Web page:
The story of the descent into violence of ordinary man. The narrator looks at the struggle between decency and brutality in his brother, whose early promise as an athlete and student was crushed by his father's fists. By the author of "Continental Drift" and "The Sweet Hereafter".The story of the descent into violence of ordinary man. The narrator looks at the struggle between decency and brutality in his brother, whose early promise as an athlete and student was crushed by his father's fists. By the author of "Continental Drift" and "The Sweet Hereafter".Read Less
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?You come to love not by finding the perfect person, but by learning to see an imperfect person perfectly.?
? Sam Keen
Affliction is a beautiful, brutal telling of one man?s demise. The cause? Life!
Wade Whitehouse is a man who has reached middle age ? nothing in his life even closely resembles the dreams and expectations he had for himself ? he is filled with disappointment, resentment, anger and pain.
Find me one who isn?t!
Wade is everyman. He is a strong, physically powerful, former high school star athlete. He peaked at 20 and has spent the last twenty years in a gradual descent ? an almost unnoticeable decline in every area of his life. In Affliction, we are privy to his every thought, desire, and disappointment as his life, and all its failings, come to a disastrous end.
The amazing element in this story is that we are able to be inside Wade?s head ? to understand the collected hurts that have created the man presented to us. How wonderful this would be in real life. To understand the heart and mind of that guy who cut you off in traffic, the insecurities of the couple who continually tell you about their ?awesome? life, to know the depth of the hurt and fear felt by the bully waiting at the bus stop or the fear of failure that keeps your hard driving boss up at night.
How much better would we treat each other if we knew this information? How much more empathetic could we be ? more patient, loving, understanding and forgiving.
Life is complicated. Every action each we take is often a culmination of lessons, hurts, events, experiences, wins, losses and memories that we have accumulated over a lifetime. We react in certain situations in a certain way because of a single event in our childhood or a lifetime of watching (and absorbing) one of our parents behaving in the same way.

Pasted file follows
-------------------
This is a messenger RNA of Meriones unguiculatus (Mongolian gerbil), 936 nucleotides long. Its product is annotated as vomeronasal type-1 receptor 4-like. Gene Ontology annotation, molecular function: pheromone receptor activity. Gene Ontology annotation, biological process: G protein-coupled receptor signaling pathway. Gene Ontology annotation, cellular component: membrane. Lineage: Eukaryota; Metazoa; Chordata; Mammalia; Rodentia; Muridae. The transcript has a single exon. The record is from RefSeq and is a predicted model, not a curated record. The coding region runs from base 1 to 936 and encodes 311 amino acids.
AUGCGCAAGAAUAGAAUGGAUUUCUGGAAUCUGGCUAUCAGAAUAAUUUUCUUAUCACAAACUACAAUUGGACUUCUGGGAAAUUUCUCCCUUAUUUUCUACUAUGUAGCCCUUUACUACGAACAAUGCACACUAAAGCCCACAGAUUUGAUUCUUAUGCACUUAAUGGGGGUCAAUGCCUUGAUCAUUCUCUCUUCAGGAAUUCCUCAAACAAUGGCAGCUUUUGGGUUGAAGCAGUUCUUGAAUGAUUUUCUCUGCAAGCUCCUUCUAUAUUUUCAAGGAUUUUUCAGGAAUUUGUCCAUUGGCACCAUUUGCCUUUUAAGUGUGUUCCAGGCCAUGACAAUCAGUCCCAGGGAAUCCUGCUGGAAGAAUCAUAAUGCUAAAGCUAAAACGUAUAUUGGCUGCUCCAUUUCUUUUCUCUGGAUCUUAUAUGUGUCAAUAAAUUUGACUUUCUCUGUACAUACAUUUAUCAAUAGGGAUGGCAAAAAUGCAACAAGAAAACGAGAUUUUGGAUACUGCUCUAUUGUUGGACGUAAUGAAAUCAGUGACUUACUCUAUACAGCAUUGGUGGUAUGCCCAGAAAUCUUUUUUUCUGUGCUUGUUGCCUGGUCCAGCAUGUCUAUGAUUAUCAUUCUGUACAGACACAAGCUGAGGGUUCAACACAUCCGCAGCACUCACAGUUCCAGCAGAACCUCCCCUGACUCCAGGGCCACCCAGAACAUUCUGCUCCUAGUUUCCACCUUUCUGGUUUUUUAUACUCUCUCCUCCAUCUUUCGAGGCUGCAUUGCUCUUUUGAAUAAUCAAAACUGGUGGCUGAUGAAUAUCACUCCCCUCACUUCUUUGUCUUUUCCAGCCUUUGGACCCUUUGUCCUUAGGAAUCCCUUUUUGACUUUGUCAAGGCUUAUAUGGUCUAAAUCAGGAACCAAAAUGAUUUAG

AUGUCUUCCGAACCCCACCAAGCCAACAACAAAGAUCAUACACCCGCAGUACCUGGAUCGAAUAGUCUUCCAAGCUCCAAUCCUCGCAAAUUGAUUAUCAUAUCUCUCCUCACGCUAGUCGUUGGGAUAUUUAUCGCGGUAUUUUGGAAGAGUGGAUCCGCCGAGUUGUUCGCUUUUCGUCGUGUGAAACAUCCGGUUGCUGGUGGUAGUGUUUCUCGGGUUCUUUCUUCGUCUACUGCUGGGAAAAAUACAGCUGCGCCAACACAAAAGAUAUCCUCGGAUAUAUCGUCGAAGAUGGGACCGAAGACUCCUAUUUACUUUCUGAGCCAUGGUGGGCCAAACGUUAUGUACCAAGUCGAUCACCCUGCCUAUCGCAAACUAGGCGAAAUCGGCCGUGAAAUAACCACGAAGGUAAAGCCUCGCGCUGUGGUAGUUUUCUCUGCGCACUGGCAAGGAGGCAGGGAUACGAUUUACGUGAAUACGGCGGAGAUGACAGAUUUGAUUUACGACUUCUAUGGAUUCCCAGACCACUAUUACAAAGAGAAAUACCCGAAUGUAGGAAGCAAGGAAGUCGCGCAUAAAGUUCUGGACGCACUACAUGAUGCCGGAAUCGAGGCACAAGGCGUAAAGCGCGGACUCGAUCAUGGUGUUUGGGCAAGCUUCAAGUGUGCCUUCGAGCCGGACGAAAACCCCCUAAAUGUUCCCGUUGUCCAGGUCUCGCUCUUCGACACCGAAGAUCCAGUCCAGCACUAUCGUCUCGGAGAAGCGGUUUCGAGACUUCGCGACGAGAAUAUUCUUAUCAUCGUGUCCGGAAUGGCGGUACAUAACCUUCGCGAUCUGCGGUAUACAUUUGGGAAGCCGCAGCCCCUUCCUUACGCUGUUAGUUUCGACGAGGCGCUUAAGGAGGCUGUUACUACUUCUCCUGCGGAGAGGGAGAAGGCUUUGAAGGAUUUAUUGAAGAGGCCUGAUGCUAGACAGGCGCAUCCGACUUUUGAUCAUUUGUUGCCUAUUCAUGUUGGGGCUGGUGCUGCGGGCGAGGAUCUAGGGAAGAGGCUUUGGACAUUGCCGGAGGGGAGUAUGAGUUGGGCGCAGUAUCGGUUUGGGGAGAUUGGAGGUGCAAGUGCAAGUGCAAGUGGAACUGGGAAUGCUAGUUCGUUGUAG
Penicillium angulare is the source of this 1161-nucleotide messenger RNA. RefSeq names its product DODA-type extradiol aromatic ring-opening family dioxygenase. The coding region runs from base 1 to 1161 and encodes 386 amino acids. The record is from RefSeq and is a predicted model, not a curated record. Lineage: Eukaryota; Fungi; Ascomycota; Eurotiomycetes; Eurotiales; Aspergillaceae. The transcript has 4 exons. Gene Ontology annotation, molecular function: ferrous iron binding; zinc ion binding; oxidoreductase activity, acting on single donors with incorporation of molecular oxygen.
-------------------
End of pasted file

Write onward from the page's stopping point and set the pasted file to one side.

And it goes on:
What aging, and for most of us, maturity, teaches us is that everything is more complicated that it appears. The immature, when they witness another?s transgression, or sin, immediately judge them. They are uncomfortable with ambiguity ? with the idea there is more to what they see and hear than meets the eye.
Modern living ? survival ? often requires that we classify one another ? place others in convenient boxes of ?understanding? ? this allows us to function in the world ? we know who we should interact with, who we should avoid and where we ?belong.? Our world is ruled by the ego ? by ambition, envy, greed, lust, pride and the never-ending need for more of everything. We are slaves to these thoughts, desires and impulses and they have become the rulers of our lives ? it is for want of things (status included) that we work too much, love too little and view one another as connections rather than people. We dismiss one another if we believe they are beneath us or not relevant to our ?climb.? We pursue, ?network,? with those we hope will help us take another step toward our wants and dreams. To what end?
We have reached an imbalance. We live in beautiful homes, we have full pantries, we have clothes, we are loved, we are educated and we live in safe communities ? but we see none of this! Many of us see only what we are missing ? the bigger home, fancy restaurants, better clothes, vacations, second homes ? we do not see our blessings, we are merely striving for more because more can be had.
Yet, all around us, men ? like Wade Whitehouse ? suffer deeply. This is the heart of a man revealed for all of us to see, know and understand. We need to begin seeing one another, caring for one another, loving one another and reaching out in support. We each desire to be accepted and loved, as we are ?completely ? not based upon accomplishments, achievements, titles, income or status. True love is to reveal ones self completely and be accepted as such ? this is the dream of every man.
A great song that addresses this very need ? that we all have ? is ?What Love Really Means? by JJ Heller. The lyrics of this song speak to each of us ? for our need to be loved and accepted as we are ? as Christ loves and accepts us ? in this life.
Also, if you are not a big reader, the film version of Affliction, starring Nick Nolte, was tremendous. He was perfect in this role and truly embodied the pain and longing that Wade Whitehouse evoked in the book. Highly recommended!
Peace & God Bless!
Apr 1, 2007
too many bad words in story
The book does have alot of bad words..but nothing I can't handle. But it would be good to read part of the story instead of having every fourth word cussing. The story starts out with wade having his daughter over for the weekend. He doesn't seem to be a good father the way he acts toward her she doesn't feel good being there so she calls her mother to come and get her. Of course he gets mad at her and starts to cuss her out. Not only is he a father but he is also a well digger and believe it or not a police officer.
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